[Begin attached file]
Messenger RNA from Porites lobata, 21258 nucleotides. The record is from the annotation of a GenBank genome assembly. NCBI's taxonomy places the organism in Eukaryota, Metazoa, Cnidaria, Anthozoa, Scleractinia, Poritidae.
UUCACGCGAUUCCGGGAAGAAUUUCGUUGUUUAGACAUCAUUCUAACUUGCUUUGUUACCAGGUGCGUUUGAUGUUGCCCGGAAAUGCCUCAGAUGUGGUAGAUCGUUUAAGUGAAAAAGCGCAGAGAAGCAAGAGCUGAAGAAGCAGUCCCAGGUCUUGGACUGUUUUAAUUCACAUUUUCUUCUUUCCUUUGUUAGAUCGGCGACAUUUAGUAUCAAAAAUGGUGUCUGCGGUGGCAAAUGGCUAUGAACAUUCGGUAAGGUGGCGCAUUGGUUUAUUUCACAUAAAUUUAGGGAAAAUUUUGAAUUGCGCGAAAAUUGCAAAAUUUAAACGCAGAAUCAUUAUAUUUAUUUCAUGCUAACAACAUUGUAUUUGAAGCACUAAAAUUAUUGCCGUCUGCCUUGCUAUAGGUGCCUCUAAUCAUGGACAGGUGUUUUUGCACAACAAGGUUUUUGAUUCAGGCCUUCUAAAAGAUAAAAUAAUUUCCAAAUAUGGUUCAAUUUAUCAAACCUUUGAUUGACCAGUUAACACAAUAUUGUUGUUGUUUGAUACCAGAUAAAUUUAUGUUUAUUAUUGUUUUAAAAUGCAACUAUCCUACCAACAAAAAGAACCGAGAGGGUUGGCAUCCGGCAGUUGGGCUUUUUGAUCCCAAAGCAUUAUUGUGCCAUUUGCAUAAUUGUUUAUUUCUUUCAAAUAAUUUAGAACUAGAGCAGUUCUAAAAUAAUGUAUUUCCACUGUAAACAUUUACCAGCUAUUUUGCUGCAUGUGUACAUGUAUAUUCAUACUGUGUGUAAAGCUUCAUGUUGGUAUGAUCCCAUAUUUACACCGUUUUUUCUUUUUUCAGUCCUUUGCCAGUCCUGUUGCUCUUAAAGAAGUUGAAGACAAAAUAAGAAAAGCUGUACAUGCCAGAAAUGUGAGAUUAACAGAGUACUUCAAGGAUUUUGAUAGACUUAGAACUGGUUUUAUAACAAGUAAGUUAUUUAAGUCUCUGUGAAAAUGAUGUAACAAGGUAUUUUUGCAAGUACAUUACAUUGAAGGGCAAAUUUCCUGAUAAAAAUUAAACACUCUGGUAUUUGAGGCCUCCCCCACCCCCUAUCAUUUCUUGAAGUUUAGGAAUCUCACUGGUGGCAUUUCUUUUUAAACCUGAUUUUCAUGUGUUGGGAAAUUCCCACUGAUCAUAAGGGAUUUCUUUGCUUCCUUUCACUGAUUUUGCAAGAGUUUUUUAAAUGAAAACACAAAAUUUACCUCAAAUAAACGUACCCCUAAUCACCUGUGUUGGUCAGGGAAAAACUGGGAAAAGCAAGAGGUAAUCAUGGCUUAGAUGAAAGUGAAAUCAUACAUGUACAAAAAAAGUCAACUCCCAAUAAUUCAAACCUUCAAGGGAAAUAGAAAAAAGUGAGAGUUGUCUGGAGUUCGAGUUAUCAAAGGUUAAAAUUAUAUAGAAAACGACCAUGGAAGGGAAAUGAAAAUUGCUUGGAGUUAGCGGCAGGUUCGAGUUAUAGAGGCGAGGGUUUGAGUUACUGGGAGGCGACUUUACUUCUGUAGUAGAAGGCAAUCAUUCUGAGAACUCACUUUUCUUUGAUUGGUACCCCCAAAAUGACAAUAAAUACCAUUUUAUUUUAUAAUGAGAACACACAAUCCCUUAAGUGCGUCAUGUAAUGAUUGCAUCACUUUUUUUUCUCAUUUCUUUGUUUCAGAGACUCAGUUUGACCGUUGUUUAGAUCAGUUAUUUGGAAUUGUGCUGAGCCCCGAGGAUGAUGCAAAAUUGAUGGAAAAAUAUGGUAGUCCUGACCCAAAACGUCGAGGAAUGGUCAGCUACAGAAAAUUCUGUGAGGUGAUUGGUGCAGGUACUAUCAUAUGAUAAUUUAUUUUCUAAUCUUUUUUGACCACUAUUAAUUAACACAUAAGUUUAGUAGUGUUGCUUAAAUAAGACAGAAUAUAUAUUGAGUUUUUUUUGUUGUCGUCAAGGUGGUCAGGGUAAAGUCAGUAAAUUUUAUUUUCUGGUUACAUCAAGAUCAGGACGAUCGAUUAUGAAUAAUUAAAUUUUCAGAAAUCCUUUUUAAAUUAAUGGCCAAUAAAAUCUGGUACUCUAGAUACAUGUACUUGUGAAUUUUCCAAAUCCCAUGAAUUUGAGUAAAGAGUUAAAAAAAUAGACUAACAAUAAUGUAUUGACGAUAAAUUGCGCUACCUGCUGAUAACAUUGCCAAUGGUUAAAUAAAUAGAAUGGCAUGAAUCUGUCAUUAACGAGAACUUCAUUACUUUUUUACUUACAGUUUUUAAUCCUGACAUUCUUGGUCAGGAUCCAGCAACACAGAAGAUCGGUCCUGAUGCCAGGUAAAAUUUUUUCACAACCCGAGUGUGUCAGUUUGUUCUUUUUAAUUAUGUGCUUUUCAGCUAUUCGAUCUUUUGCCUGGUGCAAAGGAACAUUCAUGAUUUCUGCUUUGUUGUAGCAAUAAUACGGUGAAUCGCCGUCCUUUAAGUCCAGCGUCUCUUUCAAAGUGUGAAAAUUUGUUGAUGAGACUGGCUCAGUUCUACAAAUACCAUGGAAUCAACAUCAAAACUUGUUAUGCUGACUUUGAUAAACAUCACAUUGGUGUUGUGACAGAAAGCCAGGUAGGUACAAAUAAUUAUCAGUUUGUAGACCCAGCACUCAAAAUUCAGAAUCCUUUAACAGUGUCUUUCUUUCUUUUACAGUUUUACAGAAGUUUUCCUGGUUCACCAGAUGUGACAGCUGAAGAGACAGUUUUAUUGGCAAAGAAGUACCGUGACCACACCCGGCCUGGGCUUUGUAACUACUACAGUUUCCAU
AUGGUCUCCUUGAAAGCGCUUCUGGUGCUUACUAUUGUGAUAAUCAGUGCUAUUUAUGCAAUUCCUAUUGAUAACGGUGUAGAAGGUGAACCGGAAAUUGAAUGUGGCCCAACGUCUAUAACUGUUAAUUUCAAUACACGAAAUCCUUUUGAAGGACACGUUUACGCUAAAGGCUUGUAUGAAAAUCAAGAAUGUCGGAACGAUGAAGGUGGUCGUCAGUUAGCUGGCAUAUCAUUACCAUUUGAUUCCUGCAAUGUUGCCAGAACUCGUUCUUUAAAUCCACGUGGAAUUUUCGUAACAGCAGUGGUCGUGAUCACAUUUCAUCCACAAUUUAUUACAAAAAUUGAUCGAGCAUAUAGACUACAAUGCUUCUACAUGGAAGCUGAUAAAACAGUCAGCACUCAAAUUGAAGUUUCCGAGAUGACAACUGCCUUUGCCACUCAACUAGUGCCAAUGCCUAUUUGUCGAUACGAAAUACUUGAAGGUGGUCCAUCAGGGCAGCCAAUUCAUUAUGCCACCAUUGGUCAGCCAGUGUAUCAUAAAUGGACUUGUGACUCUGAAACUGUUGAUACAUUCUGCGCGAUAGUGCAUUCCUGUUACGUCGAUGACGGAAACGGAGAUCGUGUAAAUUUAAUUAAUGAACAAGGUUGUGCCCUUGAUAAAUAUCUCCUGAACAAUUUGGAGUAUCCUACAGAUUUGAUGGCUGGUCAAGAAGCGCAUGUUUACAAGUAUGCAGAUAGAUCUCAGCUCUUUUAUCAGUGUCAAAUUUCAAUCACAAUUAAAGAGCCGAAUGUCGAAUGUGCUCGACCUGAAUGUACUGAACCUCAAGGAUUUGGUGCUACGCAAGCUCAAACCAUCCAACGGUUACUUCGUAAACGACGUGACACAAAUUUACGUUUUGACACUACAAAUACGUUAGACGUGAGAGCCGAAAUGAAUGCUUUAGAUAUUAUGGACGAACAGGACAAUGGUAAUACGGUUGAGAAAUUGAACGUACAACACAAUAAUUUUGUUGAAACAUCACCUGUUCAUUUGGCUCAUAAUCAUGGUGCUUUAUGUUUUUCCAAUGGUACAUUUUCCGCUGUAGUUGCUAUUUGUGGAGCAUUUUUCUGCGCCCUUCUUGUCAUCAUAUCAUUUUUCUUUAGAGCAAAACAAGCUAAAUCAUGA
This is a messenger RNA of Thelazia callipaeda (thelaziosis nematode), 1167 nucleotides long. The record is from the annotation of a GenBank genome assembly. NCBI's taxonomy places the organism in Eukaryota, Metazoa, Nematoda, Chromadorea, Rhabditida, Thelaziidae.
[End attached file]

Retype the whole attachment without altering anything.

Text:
Messenger RNA from Porites lobata, 21258 nucleotides. The record is from the annotation of a GenBank genome assembly. NCBI's taxonomy places the organism in Eukaryota, Metazoa, Cnidaria, Anthozoa, Scleractinia, Poritidae.
UUCACGCGAUUCCGGGAAGAAUUUCGUUGUUUAGACAUCAUUCUAACUUGCUUUGUUACCAGGUGCGUUUGAUGUUGCCCGGAAAUGCCUCAGAUGUGGUAGAUCGUUUAAGUGAAAAAGCGCAGAGAAGCAAGAGCUGAAGAAGCAGUCCCAGGUCUUGGACUGUUUUAAUUCACAUUUUCUUCUUUCCUUUGUUAGAUCGGCGACAUUUAGUAUCAAAAAUGGUGUCUGCGGUGGCAAAUGGCUAUGAACAUUCGGUAAGGUGGCGCAUUGGUUUAUUUCACAUAAAUUUAGGGAAAAUUUUGAAUUGCGCGAAAAUUGCAAAAUUUAAACGCAGAAUCAUUAUAUUUAUUUCAUGCUAACAACAUUGUAUUUGAAGCACUAAAAUUAUUGCCGUCUGCCUUGCUAUAGGUGCCUCUAAUCAUGGACAGGUGUUUUUGCACAACAAGGUUUUUGAUUCAGGCCUUCUAAAAGAUAAAAUAAUUUCCAAAUAUGGUUCAAUUUAUCAAACCUUUGAUUGACCAGUUAACACAAUAUUGUUGUUGUUUGAUACCAGAUAAAUUUAUGUUUAUUAUUGUUUUAAAAUGCAACUAUCCUACCAACAAAAAGAACCGAGAGGGUUGGCAUCCGGCAGUUGGGCUUUUUGAUCCCAAAGCAUUAUUGUGCCAUUUGCAUAAUUGUUUAUUUCUUUCAAAUAAUUUAGAACUAGAGCAGUUCUAAAAUAAUGUAUUUCCACUGUAAACAUUUACCAGCUAUUUUGCUGCAUGUGUACAUGUAUAUUCAUACUGUGUGUAAAGCUUCAUGUUGGUAUGAUCCCAUAUUUACACCGUUUUUUCUUUUUUCAGUCCUUUGCCAGUCCUGUUGCUCUUAAAGAAGUUGAAGACAAAAUAAGAAAAGCUGUACAUGCCAGAAAUGUGAGAUUAACAGAGUACUUCAAGGAUUUUGAUAGACUUAGAACUGGUUUUAUAACAAGUAAGUUAUUUAAGUCUCUGUGAAAAUGAUGUAACAAGGUAUUUUUGCAAGUACAUUACAUUGAAGGGCAAAUUUCCUGAUAAAAAUUAAACACUCUGGUAUUUGAGGCCUCCCCCACCCCCUAUCAUUUCUUGAAGUUUAGGAAUCUCACUGGUGGCAUUUCUUUUUAAACCUGAUUUUCAUGUGUUGGGAAAUUCCCACUGAUCAUAAGGGAUUUCUUUGCUUCCUUUCACUGAUUUUGCAAGAGUUUUUUAAAUGAAAACACAAAAUUUACCUCAAAUAAACGUACCCCUAAUCACCUGUGUUGGUCAGGGAAAAACUGGGAAAAGCAAGAGGUAAUCAUGGCUUAGAUGAAAGUGAAAUCAUACAUGUACAAAAAAAGUCAACUCCCAAUAAUUCAAACCUUCAAGGGAAAUAGAAAAAAGUGAGAGUUGUCUGGAGUUCGAGUUAUCAAAGGUUAAAAUUAUAUAGAAAACGACCAUGGAAGGGAAAUGAAAAUUGCUUGGAGUUAGCGGCAGGUUCGAGUUAUAGAGGCGAGGGUUUGAGUUACUGGGAGGCGACUUUACUUCUGUAGUAGAAGGCAAUCAUUCUGAGAACUCACUUUUCUUUGAUUGGUACCCCCAAAAUGACAAUAAAUACCAUUUUAUUUUAUAAUGAGAACACACAAUCCCUUAAGUGCGUCAUGUAAUGAUUGCAUCACUUUUUUUUCUCAUUUCUUUGUUUCAGAGACUCAGUUUGACCGUUGUUUAGAUCAGUUAUUUGGAAUUGUGCUGAGCCCCGAGGAUGAUGCAAAAUUGAUGGAAAAAUAUGGUAGUCCUGACCCAAAACGUCGAGGAAUGGUCAGCUACAGAAAAUUCUGUGAGGUGAUUGGUGCAGGUACUAUCAUAUGAUAAUUUAUUUUCUAAUCUUUUUUGACCACUAUUAAUUAACACAUAAGUUUAGUAGUGUUGCUUAAAUAAGACAGAAUAUAUAUUGAGUUUUUUUUGUUGUCGUCAAGGUGGUCAGGGUAAAGUCAGUAAAUUUUAUUUUCUGGUUACAUCAAGAUCAGGACGAUCGAUUAUGAAUAAUUAAAUUUUCAGAAAUCCUUUUUAAAUUAAUGGCCAAUAAAAUCUGGUACUCUAGAUACAUGUACUUGUGAAUUUUCCAAAUCCCAUGAAUUUGAGUAAAGAGUUAAAAAAAUAGACUAACAAUAAUGUAUUGACGAUAAAUUGCGCUACCUGCUGAUAACAUUGCCAAUGGUUAAAUAAAUAGAAUGGCAUGAAUCUGUCAUUAACGAGAACUUCAUUACUUUUUUACUUACAGUUUUUAAUCCUGACAUUCUUGGUCAGGAUCCAGCAACACAGAAGAUCGGUCCUGAUGCCAGGUAAAAUUUUUUCACAACCCGAGUGUGUCAGUUUGUUCUUUUUAAUUAUGUGCUUUUCAGCUAUUCGAUCUUUUGCCUGGUGCAAAGGAACAUUCAUGAUUUCUGCUUUGUUGUAGCAAUAAUACGGUGAAUCGCCGUCCUUUAAGUCCAGCGUCUCUUUCAAAGUGUGAAAAUUUGUUGAUGAGACUGGCUCAGUUCUACAAAUACCAUGGAAUCAACAUCAAAACUUGUUAUGCUGACUUUGAUAAACAUCACAUUGGUGUUGUGACAGAAAGCCAGGUAGGUACAAAUAAUUAUCAGUUUGUAGACCCAGCACUCAAAAUUCAGAAUCCUUUAACAGUGUCUUUCUUUCUUUUACAGUUUUACAGAAGUUUUCCUGGUUCACCAGAUGUGACAGCUGAAGAGACAGUUUUAUUGGCAAAGAAGUACCGUGACCACACCCGGCCUGGGCUUUGUAACUACUACAGUUUCCAU
AUGGUCUCCUUGAAAGCGCUUCUGGUGCUUACUAUUGUGAUAAUCAGUGCUAUUUAUGCAAUUCCUAUUGAUAACGGUGUAGAAGGUGAACCGGAAAUUGAAUGUGGCCCAACGUCUAUAACUGUUAAUUUCAAUACACGAAAUCCUUUUGAAGGACACGUUUACGCUAAAGGCUUGUAUGAAAAUCAAGAAUGUCGGAACGAUGAAGGUGGUCGUCAGUUAGCUGGCAUAUCAUUACCAUUUGAUUCCUGCAAUGUUGCCAGAACUCGUUCUUUAAAUCCACGUGGAAUUUUCGUAACAGCAGUGGUCGUGAUCACAUUUCAUCCACAAUUUAUUACAAAAAUUGAUCGAGCAUAUAGACUACAAUGCUUCUACAUGGAAGCUGAUAAAACAGUCAGCACUCAAAUUGAAGUUUCCGAGAUGACAACUGCCUUUGCCACUCAACUAGUGCCAAUGCCUAUUUGUCGAUACGAAAUACUUGAAGGUGGUCCAUCAGGGCAGCCAAUUCAUUAUGCCACCAUUGGUCAGCCAGUGUAUCAUAAAUGGACUUGUGACUCUGAAACUGUUGAUACAUUCUGCGCGAUAGUGCAUUCCUGUUACGUCGAUGACGGAAACGGAGAUCGUGUAAAUUUAAUUAAUGAACAAGGUUGUGCCCUUGAUAAAUAUCUCCUGAACAAUUUGGAGUAUCCUACAGAUUUGAUGGCUGGUCAAGAAGCGCAUGUUUACAAGUAUGCAGAUAGAUCUCAGCUCUUUUAUCAGUGUCAAAUUUCAAUCACAAUUAAAGAGCCGAAUGUCGAAUGUGCUCGACCUGAAUGUACUGAACCUCAAGGAUUUGGUGCUACGCAAGCUCAAACCAUCCAACGGUUACUUCGUAAACGACGUGACACAAAUUUACGUUUUGACACUACAAAUACGUUAGACGUGAGAGCCGAAAUGAAUGCUUUAGAUAUUAUGGACGAACAGGACAAUGGUAAUACGGUUGAGAAAUUGAACGUACAACACAAUAAUUUUGUUGAAACAUCACCUGUUCAUUUGGCUCAUAAUCAUGGUGCUUUAUGUUUUUCCAAUGGUACAUUUUCCGCUGUAGUUGCUAUUUGUGGAGCAUUUUUCUGCGCCCUUCUUGUCAUCAUAUCAUUUUUCUUUAGAGCAAAACAAGCUAAAUCAUGA
This is a messenger RNA of Thelazia callipaeda (thelaziosis nematode), 1167 nucleotides long. The record is from the annotation of a GenBank genome assembly. NCBI's taxonomy places the organism in Eukaryota, Metazoa, Nematoda, Chromadorea, Rhabditida, Thelaziidae.